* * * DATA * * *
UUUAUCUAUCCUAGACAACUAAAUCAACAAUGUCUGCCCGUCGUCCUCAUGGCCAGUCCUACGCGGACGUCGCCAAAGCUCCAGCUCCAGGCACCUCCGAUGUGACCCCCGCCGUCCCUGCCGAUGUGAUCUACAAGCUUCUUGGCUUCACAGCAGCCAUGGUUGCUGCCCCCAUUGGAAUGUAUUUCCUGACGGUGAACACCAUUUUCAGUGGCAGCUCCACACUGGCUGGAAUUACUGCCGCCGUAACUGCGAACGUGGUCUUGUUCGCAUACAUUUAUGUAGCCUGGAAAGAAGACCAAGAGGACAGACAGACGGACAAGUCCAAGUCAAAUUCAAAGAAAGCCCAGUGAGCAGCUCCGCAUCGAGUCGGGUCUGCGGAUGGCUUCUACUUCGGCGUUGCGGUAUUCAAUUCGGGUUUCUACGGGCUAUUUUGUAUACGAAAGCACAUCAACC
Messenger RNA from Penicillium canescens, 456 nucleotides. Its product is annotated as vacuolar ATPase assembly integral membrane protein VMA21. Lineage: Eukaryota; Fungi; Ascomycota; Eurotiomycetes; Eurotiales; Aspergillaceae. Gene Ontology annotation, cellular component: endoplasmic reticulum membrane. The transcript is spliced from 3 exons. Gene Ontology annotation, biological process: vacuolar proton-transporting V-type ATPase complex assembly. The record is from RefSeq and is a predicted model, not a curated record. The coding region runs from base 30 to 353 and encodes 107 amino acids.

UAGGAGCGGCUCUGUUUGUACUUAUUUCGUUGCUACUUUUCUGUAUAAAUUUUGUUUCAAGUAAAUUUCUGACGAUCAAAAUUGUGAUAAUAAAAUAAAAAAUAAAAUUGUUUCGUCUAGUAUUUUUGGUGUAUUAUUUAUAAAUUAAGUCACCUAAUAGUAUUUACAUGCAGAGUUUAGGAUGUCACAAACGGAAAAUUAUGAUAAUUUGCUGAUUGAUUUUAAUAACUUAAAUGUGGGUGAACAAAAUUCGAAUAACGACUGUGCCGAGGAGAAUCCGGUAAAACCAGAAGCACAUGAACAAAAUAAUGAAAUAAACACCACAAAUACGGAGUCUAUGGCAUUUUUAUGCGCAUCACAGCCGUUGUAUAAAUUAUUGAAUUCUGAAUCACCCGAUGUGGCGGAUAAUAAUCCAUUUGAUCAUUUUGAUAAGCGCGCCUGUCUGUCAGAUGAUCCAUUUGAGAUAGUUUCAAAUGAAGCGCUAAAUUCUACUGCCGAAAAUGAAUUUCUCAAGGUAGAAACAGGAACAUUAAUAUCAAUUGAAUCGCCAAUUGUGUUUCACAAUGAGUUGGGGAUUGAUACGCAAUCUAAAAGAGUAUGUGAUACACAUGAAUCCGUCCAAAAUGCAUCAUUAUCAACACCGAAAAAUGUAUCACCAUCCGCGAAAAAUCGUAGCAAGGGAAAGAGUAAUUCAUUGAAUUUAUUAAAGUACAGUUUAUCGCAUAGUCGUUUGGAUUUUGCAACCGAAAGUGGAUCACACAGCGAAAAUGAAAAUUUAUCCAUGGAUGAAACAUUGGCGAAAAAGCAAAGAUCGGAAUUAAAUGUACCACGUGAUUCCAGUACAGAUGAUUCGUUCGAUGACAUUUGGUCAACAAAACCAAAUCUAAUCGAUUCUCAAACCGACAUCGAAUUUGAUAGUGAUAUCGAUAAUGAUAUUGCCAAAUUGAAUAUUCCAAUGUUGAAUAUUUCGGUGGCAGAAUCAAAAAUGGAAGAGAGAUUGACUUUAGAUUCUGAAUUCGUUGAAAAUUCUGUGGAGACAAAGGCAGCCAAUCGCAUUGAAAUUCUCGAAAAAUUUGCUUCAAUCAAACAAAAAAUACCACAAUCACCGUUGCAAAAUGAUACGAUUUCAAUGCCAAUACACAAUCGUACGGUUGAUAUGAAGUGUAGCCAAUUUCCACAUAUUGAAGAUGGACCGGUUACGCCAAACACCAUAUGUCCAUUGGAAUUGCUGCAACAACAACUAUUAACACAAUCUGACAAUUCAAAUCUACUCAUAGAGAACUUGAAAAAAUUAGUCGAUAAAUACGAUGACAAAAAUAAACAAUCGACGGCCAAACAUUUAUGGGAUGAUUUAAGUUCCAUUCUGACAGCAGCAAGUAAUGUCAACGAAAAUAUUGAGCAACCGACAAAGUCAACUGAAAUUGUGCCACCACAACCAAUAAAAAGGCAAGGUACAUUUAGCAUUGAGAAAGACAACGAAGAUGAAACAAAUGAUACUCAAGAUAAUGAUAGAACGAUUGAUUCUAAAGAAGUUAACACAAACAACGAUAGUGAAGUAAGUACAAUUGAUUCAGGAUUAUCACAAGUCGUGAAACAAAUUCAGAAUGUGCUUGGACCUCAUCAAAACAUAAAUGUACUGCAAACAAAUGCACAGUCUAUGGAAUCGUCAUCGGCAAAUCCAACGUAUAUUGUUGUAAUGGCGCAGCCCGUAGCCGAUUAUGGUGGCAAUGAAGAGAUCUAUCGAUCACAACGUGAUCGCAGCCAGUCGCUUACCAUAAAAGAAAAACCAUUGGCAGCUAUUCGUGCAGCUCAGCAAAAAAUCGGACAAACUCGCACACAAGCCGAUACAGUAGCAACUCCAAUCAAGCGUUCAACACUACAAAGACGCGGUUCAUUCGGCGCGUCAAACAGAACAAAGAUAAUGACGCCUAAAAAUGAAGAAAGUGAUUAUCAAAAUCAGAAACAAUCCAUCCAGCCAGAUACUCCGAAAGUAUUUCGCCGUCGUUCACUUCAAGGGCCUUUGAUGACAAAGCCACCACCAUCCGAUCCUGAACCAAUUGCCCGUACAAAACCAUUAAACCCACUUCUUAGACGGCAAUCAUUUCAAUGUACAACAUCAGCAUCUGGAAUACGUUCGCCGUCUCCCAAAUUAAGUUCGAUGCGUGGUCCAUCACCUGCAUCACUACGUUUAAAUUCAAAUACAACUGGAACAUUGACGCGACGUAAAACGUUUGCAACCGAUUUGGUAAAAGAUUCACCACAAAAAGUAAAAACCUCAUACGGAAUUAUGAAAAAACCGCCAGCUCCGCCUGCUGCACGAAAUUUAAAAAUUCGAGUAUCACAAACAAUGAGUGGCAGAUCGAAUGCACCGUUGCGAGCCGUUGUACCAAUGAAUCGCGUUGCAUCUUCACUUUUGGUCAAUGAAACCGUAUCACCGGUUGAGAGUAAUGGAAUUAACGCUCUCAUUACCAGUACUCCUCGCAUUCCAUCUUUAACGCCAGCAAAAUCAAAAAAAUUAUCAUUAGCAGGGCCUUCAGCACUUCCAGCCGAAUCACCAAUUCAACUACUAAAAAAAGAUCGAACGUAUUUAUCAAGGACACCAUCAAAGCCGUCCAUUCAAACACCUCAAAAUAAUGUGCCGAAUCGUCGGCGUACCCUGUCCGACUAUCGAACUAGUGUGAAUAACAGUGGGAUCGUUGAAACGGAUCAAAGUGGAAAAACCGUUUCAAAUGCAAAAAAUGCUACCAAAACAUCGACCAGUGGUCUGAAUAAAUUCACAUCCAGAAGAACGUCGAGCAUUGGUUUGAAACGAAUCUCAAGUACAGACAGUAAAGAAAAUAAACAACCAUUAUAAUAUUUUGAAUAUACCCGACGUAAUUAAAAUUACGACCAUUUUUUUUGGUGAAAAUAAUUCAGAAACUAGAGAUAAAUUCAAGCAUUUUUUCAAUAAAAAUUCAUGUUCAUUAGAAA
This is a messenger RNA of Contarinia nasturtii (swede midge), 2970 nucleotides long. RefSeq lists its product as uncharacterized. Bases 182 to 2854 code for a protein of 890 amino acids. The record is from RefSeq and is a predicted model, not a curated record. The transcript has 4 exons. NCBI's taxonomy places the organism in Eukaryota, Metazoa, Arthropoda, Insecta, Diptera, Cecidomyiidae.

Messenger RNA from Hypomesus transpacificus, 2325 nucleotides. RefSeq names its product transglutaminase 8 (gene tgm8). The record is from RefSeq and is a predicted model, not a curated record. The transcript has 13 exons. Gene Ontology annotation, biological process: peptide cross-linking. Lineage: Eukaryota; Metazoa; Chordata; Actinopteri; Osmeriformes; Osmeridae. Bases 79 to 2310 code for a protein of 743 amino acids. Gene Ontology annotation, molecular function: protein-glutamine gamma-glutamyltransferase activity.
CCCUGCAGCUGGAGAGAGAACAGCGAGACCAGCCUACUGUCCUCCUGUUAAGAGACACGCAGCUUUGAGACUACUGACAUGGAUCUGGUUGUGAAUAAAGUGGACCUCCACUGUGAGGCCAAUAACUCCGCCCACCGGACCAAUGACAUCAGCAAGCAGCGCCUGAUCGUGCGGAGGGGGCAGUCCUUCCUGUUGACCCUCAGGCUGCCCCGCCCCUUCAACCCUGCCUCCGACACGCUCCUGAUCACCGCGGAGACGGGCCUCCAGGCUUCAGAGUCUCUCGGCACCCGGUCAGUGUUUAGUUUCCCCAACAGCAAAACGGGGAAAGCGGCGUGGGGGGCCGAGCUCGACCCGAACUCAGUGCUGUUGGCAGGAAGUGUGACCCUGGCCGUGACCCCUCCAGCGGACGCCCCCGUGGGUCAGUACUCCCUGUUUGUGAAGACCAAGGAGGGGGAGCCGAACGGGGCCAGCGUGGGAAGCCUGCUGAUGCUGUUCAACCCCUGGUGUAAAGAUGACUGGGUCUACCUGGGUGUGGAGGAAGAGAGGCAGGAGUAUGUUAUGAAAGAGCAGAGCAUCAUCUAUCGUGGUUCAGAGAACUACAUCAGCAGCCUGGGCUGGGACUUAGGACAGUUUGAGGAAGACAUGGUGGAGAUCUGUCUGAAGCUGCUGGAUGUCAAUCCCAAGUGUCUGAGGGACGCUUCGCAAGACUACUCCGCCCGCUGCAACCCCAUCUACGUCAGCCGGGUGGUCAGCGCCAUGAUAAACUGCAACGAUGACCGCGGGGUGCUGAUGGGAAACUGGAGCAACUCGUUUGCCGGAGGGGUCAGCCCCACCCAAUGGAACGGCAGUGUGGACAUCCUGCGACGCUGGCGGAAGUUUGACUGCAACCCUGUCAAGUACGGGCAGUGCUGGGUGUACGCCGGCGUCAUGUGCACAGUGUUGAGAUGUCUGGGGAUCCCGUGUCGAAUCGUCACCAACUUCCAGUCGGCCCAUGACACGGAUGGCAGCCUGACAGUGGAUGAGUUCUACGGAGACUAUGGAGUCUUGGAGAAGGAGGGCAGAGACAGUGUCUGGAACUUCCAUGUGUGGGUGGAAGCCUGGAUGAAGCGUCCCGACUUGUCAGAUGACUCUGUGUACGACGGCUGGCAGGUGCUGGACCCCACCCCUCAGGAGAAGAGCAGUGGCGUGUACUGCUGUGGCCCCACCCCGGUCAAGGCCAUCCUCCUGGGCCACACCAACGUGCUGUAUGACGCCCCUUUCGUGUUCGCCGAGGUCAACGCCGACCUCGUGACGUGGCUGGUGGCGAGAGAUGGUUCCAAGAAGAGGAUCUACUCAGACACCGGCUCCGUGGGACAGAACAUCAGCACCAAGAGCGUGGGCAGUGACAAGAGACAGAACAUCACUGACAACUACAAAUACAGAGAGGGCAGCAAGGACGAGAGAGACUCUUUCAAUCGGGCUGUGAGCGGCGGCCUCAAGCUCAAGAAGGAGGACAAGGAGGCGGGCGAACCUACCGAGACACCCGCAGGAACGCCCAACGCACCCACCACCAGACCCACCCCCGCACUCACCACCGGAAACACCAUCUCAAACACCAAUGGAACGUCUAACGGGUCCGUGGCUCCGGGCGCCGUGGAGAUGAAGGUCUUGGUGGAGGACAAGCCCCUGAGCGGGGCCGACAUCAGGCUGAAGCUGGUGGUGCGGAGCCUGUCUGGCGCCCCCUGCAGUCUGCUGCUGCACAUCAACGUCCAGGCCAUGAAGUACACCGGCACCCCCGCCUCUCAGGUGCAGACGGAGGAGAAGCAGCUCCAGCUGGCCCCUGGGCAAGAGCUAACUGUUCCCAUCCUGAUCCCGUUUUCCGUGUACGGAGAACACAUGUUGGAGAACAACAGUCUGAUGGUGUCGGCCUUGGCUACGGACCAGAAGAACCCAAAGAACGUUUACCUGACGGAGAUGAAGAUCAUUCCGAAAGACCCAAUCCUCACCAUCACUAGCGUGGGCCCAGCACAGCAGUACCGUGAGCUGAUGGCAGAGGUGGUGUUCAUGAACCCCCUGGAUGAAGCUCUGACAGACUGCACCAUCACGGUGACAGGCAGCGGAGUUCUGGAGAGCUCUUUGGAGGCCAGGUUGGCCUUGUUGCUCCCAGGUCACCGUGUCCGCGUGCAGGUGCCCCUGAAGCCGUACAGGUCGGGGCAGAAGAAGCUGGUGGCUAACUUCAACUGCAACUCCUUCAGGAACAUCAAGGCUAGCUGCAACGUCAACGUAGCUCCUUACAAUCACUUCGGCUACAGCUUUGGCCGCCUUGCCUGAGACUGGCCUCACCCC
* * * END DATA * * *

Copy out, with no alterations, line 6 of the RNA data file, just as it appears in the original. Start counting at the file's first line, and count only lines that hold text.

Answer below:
CCCUGCAGCUGGAGAGAGAACAGCGAGACCAGCCUACUGUCCUCCUGUUAAGAGACACGCAGCUUUGAGACUACUGACAUGGAUCUGGUUGUGAAUAAAGUGGACCUCCACUGUGAGGCCAAUAACUCCGCCCACCGGACCAAUGACAUCAGCAAGCAGCGCCUGAUCGUGCGGAGGGGGCAGUCCUUCCUGUUGACCCUCAGGCUGCCCCGCCCCUUCAACCCUGCCUCCGACACGCUCCUGAUCACCGCGGAGACGGGCCUCCAGGCUUCAGAGUCUCUCGGCACCCGGUCAGUGUUUAGUUUCCCCAACAGCAAAACGGGGAAAGCGGCGUGGGGGGCCGAGCUCGACCCGAACUCAGUGCUGUUGGCAGGAAGUGUGACCCUGGCCGUGACCCCUCCAGCGGACGCCCCCGUGGGUCAGUACUCCCUGUUUGUGAAGACCAAGGAGGGGGAGCCGAACGGGGCCAGCGUGGGAAGCCUGCUGAUGCUGUUCAACCCCUGGUGUAAAGAUGACUGGGUCUACCUGGGUGUGGAGGAAGAGAGGCAGGAGUAUGUUAUGAAAGAGCAGAGCAUCAUCUAUCGUGGUUCAGAGAACUACAUCAGCAGCCUGGGCUGGGACUUAGGACAGUUUGAGGAAGACAUGGUGGAGAUCUGUCUGAAGCUGCUGGAUGUCAAUCCCAAGUGUCUGAGGGACGCUUCGCAAGACUACUCCGCCCGCUGCAACCCCAUCUACGUCAGCCGGGUGGUCAGCGCCAUGAUAAACUGCAACGAUGACCGCGGGGUGCUGAUGGGAAACUGGAGCAACUCGUUUGCCGGAGGGGUCAGCCCCACCCAAUGGAACGGCAGUGUGGACAUCCUGCGACGCUGGCGGAAGUUUGACUGCAACCCUGUCAAGUACGGGCAGUGCUGGGUGUACGCCGGCGUCAUGUGCACAGUGUUGAGAUGUCUGGGGAUCCCGUGUCGAAUCGUCACCAACUUCCAGUCGGCCCAUGACACGGAUGGCAGCCUGACAGUGGAUGAGUUCUACGGAGACUAUGGAGUCUUGGAGAAGGAGGGCAGAGACAGUGUCUGGAACUUCCAUGUGUGGGUGGAAGCCUGGAUGAAGCGUCCCGACUUGUCAGAUGACUCUGUGUACGACGGCUGGCAGGUGCUGGACCCCACCCCUCAGGAGAAGAGCAGUGGCGUGUACUGCUGUGGCCCCACCCCGGUCAAGGCCAUCCUCCUGGGCCACACCAACGUGCUGUAUGACGCCCCUUUCGUGUUCGCCGAGGUCAACGCCGACCUCGUGACGUGGCUGGUGGCGAGAGAUGGUUCCAAGAAGAGGAUCUACUCAGACACCGGCUCCGUGGGACAGAACAUCAGCACCAAGAGCGUGGGCAGUGACAAGAGACAGAACAUCACUGACAACUACAAAUACAGAGAGGGCAGCAAGGACGAGAGAGACUCUUUCAAUCGGGCUGUGAGCGGCGGCCUCAAGCUCAAGAAGGAGGACAAGGAGGCGGGCGAACCUACCGAGACACCCGCAGGAACGCCCAACGCACCCACCACCAGACCCACCCCCGCACUCACCACCGGAAACACCAUCUCAAACACCAAUGGAACGUCUAACGGGUCCGUGGCUCCGGGCGCCGUGGAGAUGAAGGUCUUGGUGGAGGACAAGCCCCUGAGCGGGGCCGACAUCAGGCUGAAGCUGGUGGUGCGGAGCCUGUCUGGCGCCCCCUGCAGUCUGCUGCUGCACAUCAACGUCCAGGCCAUGAAGUACACCGGCACCCCCGCCUCUCAGGUGCAGACGGAGGAGAAGCAGCUCCAGCUGGCCCCUGGGCAAGAGCUAACUGUUCCCAUCCUGAUCCCGUUUUCCGUGUACGGAGAACACAUGUUGGAGAACAACAGUCUGAUGGUGUCGGCCUUGGCUACGGACCAGAAGAACCCAAAGAACGUUUACCUGACGGAGAUGAAGAUCAUUCCGAAAGACCCAAUCCUCACCAUCACUAGCGUGGGCCCAGCACAGCAGUACCGUGAGCUGAUGGCAGAGGUGGUGUUCAUGAACCCCCUGGAUGAAGCUCUGACAGACUGCACCAUCACGGUGACAGGCAGCGGAGUUCUGGAGAGCUCUUUGGAGGCCAGGUUGGCCUUGUUGCUCCCAGGUCACCGUGUCCGCGUGCAGGUGCCCCUGAAGCCGUACAGGUCGGGGCAGAAGAAGCUGGUGGCUAACUUCAACUGCAACUCCUUCAGGAACAUCAAGGCUAGCUGCAACGUCAACGUAGCUCCUUACAAUCACUUCGGCUACAGCUUUGGCCGCCUUGCCUGAGACUGGCCUCACCCC